I still held to some stereotypes of the ‘60s. I thought a guy with a tie-dye shirt, torn and faded jeans, and shaggy hair would sympathize with a guy like me, also attired with an old t-shirt, faded jeans, and shaggy hair. He held as firm as any old guard ticket-master. He didn’t know me, he’d never heard of me, and he wasn’t going to let me in.
“I’m Frank, Frank Wagner, with C101, you know the album rock station, that’s the one. I work with Debbie Lee and Fazio. I’m one of them.” The man in the box office stood firm and was not hearing of it. I was feeling more and more awkward.
My answer for any type of situation like this was call somebody. This was 1978. Cell phones were unheard of. Even having a phone in your car was a novelty reserved for the very rich. I begged the box office man to call the station and see. Box office man rolled his eyes but made the call. I sensed that he was really in a quandary. He didn’t want to offend a real jock who might want to play some of Patti’s records.
In fact, I already had. “Because the Night” was becoming a big hit for her, and several more obscure songs on the album got some airplay. I loved to shock people by playing: “Jesus Died for Somebody’s Sins but not Mine.”
He got a ring on the station’s phone, but the call was not needed. At that moment Debbie Lee showed up and she had a list in her hand.
“Luke?” She questioned the box office guy.
“Yeah.” He replied.
“I’m Debbie Lee.” She said in a sultry voice so family to the afternoon listeners of C101. “I’m with C101, the sponsors. This is our guest list.”
“So, you know this dude?” Box Office Luke asked her.
“His name should be there.”
He looked at the paper she had handed him. Under the neatly typed names of the rest of the staff, my name was scribbled at the bottom.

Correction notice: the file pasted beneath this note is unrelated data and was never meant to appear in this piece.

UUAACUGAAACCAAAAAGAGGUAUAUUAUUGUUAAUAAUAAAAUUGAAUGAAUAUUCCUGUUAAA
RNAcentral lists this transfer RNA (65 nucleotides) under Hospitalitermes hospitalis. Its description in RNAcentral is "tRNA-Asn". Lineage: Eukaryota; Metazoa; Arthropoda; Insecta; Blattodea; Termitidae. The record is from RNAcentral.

“So, you’re the guy at the bottom.”
“Didn’t expect you to come so early.” Debbie said. “There’s no need. Come anytime before the show and you’ll get in. It’s no problem.”
Debbie Lee Miller was short with a near shapeless body topped with dark brown hair cut in a page-boy style. On the radio she sounded downright sexy, enticingly announcing the latest records with a breathy, Marilyn Monroe-styled voice. Everyone was always surprised when they met her. One thing I knew. This was not uncommon behavior for her. She was always there when I needed her. I doubt I would have spent 36 years in radio and television had she not been my first mentor.
Sure enough, I was among the first in the newly renovated concert hall. I liked being there, this arena reminded of the hundred or so movies I had seen there. The interior of the Ritz still had the same overdone artwork that theaters built during the golden age of Hollywood. It was made to look like a grand opera house including balcony boxes on each side of the stage. Both boxes were decorated in the excessive gingerbread style, intricate railings. The pink walls featured fanciful abstract paintings on them. The paintings seem to be a large thorny bush with a red heart in the middle. I never did figure this out. I sat in the third row and watched as the theater/concert hall slowly filled.
After what seemed to be an eternity, the lights dimmed on the capacity crowd. They had waited a long while and had not learned that rock concerts always start long past the time stated on the tickets.
But there she was, Patti Smith. Black hair, stringy and yet to be addressed by any sort of a comb. Tight black pants and a buttoned-down white shirt. Her singing was characteristically loud and barely melodic, aggressive. She’s no Joni Mitchell. There was not a moment in which she seemed to want to be warm and friendly toward her admirers. This was the beginning of the New Wave or Punk Era. For the first time I saw girls with hair dyed black and purple, with streaks of orange and pink. I saw nose rings, rings on lips. These were Patti’s people. Her followers.
She was almost fighting her audience. She wrestled with her microphone and danced with the mike stand. At one point, after just a few songs someone threw something on the stage. She found the offender and shouted: “Get him out of here!” And, yes, in a moment, some members of her crew wrestled the young man out of the concert hall.
At the end of the song she paused. “Let’s get something straight,” she said angrily. “I’m giving you my heart and soul. Sharing myself and being with you. You are here to be a part of this experience, it’s a communal thing like Christianity. Any more of that kind of shit and all this is over.” She paused again. Then came the first notes of “Because the Night.” She did not hear the expected appreciation.